What are the 'Storm Shadow' missiles being donated to Ukraine and how do they work?

Storm Shadow CASOM (Conventionally Armed Stand Off Missile) This long-range air-launched and conventionally-armed missile equips RAF Tornado GR4 squadrons and saw operational service in 2003 with 617 Squadron during combat in Iraq, prior to entering full service in 2004. - MoD
The UK is donating Storm Shadow cruise missiles to Ukraine. Credit: Ministry of Defence

By Lottie Kilraine, Multimedia Producer

The government has announced it will be donating long-range ‘Storm Shadow’ cruise missiles to Ukraine.

Ukrainian President Volodymyr Zelenskyy has been pleading with the West for missiles of this kind for months, and finally his efforts have paid off.

Defence Secretary Ben Wallace confirmed that he and Prime Minister Rishi Sunak had agreed to authorise the donation after continued Russian attacks on Ukraine.

What are Storm Shadow missiles?

Ben Wallace has said the high-precision missiles will provide Ukraine with "new capabilities" and allow a "push back" of Russian forces based across the border.

The Storm Shadow is a long-range cruise missile made in Stevenage, Hertfordshire, by the manufacturer MBDA.

The cruise missiles are jointly developed by the UK and France, and each one costs an estimated £2 million.

The missiles have a firing range in excess of 250km, or 155 miles, which is similar to the distance from London to Cardiff.

By comparison, the US-supplied Himars missiles currently used by Ukraine have a range of around 50 miles.

A Tornado GR4 fighter armed with Storm Shadow cruise missiles Credit: MoD

Powered by a turbo-jet engine, the 1,300kg Storm Shadow travels at speeds of more than 600mph, is just over five metres long, and has a wingspan of three metres.

After launch, the weapon, equipped with its own navigation system, descends to a low altitude to avoid detection before locking on to its target using an infrared seeker.

On final approach, the missile climbs to a higher altitude to maximise the chances of hitting the target.

On impact, it penetrates the target before a delayed fuse detonates the main warhead.

'Not even in the same league as Russian weapons'

Storm Shadow missiles have been used by British and French air forces in the Gulf, in Iraq in 2003, and in Libya in 2011.

The missiles give Ukraine capacity to strike well behind the front lines, including in Russia-occupied Crimea.

But Ukraine has pledged not to use the missiles to attack Russia.

Ben Wallace told the House of Commons on Thursday: “Today I can confirm that the UK is donating Storm Shadow missiles to Ukraine.

“Storm Shadow is a long-range, conventional-only, precision-strike capability.

"It complements the long-range systems already gifted, including Himars and Harpoon missiles, as well as Ukraine’s own Neptune cruise missile.”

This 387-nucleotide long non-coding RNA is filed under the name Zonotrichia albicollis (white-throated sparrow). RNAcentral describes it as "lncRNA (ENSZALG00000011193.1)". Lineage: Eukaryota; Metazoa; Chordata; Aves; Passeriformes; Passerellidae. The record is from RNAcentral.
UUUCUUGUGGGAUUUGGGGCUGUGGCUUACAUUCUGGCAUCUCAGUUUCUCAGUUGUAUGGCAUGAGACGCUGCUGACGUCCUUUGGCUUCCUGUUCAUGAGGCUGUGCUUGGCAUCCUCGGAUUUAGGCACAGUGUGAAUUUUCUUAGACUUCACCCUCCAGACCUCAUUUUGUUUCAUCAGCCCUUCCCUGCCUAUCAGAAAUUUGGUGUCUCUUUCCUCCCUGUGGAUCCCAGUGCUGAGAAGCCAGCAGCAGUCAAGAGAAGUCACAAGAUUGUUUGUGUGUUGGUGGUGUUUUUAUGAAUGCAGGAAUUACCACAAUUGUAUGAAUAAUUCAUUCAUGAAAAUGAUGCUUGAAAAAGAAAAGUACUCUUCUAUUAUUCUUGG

He noted that MPs should recognise that Storm Shadow missiles “are not even in the same league” as some of the long-range weapons Russia has used.

He added: “The donation of these weapons systems gives Ukraine the best chance to defend themselves against Russia’s continued brutality, especially the deliberate targeting of Ukrainian civilian infrastructure, which is against international law."

What has the response been?

Labour welcomed the announcement, with shadow defence secretary John Healey saying Storm Shadow “will strengthen Ukraine’s fight to repel the Russian forces”.

He added: “We are united in our determination to help in the defence of Ukraine and of our shared values … we welcome this vital new military support as the Ukrainians prepare for their expected counter-offensive.”

However, Conservative chair of the Defence Committee Tobias Ellwood warned “this isn’t going to end simply when the Ukrainians decide to push forward”.

He added: “We should expect Russia to go ugly, to use unconventional systems in response”.

Responding, Mr Wallace said: “I think we should always manage our expectations that it is not all over by Christmas.”

The Defence Secretary also said an international meeting to look at ways to restrict Russia’s finances would be a “good idea”.

Foreign Affairs Committee chairwoman Alicia Kearns told the Commons: “I welcome the delivering of Storm Shadow because we must do all we can to even the odds for our Ukrainian friends who face a well-armed terrorist state.

“However, I am concerned that at this point we have not managed to suffocate Putin’s war machine.

"Yes, we need to deliver military aid, but we also need to make sure that we suffocate the finances that allow Putin to continue to wage this war.

Defence Secretary Ben Wallace meeting Ukrainian soldiers during a visit to Bovington Camp, a British Army military base in Dorset. Credit: PA

“So can I urge (Mr Wallace) to lobby the Chancellor to establish an economic Ramstein of G7 Treasury ministers or allied nations who can come together and make sure that economically we are doing what is needed.”

Mr Wallace agreed that it was "a good idea" and said he would pass that on to the Chancellor.

He also said the work has been done through the G7, adding: “We do see in the Russian industrial base it is now struggling in some of its rearming of its equipment because so much of its subsystems seem to have come from the west.”

He continued by suggesting that the UK could help by refurbishing captured Russian tanks as a way of helping Ukraine continue its fight.

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